Nguyen, Ha

Development Research Group
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Last updated July 5, 2023
Ha Minh Nguyen is an Economist in the Macroeconomics and Growth Team of the Development Research Group. He joined the Bank in July 2009 as a Young Economist after earning a Ph.D. in economics from the University of Maryland, College Park. He also holds a M.A. and B.A. in economics from The University of Adelaide, Australia. His research interests include International Finance and Economic Growth. His current research is on the financial crisis and the real exchange rates.
Citations 37 Scopus

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Now showing 1 - 6 of 6
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    Reform Chatter and Democracy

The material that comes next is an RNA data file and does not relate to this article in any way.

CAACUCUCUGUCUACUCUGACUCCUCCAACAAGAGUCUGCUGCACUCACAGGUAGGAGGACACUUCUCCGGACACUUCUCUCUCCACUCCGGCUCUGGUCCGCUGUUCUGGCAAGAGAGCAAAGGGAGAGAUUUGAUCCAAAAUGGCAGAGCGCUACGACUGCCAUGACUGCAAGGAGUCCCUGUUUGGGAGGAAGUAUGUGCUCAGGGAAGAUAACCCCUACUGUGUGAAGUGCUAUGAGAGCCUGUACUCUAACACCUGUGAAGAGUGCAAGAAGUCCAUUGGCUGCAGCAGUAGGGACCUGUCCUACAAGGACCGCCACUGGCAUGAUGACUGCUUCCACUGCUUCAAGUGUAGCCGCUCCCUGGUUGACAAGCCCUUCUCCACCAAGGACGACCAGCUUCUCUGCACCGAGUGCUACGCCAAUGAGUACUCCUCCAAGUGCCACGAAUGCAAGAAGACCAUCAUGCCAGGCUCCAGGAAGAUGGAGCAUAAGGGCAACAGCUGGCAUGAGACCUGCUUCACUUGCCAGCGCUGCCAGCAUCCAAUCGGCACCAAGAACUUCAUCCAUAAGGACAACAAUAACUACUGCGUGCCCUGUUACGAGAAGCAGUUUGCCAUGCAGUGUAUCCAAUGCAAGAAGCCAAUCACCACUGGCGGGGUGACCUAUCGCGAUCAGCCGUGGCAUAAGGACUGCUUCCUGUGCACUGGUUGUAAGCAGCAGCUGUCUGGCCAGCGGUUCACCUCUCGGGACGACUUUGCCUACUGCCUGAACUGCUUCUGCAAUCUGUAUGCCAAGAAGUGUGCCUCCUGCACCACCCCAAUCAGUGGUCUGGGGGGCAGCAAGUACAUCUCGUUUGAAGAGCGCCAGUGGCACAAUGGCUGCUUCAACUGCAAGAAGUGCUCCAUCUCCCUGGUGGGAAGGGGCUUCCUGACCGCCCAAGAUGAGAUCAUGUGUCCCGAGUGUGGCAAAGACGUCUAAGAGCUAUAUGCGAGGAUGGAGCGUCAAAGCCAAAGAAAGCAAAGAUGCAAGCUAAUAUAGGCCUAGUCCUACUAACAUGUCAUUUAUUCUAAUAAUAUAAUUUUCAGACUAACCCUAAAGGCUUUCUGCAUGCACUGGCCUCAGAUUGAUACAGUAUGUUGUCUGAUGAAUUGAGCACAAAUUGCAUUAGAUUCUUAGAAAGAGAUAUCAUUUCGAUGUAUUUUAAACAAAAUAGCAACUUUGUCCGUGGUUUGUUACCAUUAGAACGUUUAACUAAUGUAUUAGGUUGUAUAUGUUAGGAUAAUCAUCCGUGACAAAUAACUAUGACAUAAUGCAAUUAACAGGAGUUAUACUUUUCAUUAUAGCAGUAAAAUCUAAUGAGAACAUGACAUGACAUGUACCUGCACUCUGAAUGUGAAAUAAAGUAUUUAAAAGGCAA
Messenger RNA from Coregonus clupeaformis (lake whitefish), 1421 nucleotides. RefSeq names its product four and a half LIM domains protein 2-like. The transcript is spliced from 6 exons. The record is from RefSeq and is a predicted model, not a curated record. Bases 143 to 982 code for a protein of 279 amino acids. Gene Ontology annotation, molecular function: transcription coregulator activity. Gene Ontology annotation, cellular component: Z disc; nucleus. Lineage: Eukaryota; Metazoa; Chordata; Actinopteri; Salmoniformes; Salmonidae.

(World Bank, Washington, DC, 2020-07) Arezki, Rabah ; Djankov, Simeon ; Nguyen, Ha ; Yotzov, Ivan
    This paper explores the dynamics of media chatter about economic reforms using text analysis from about a billion newspaper articles in 28 languages. The paper shows that the intensity of reform chatter increases during economic downturns. This increase is more significant in democracies. Using instrumental variable techniques, the analysis finds the relationship to be causal. The paper also documents that reform chatter is followed by actual reforms, suggesting that democracies benefit from a "self-correcting" mechanism stemming from changing popular attitudes toward reform.
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    Contagious Protests
    (World Bank, Washington, DC, 2020-07) Arezki, Rabah ; Dama, Alou Adesse ; Djankov, Simeon ; Nguyen, Ha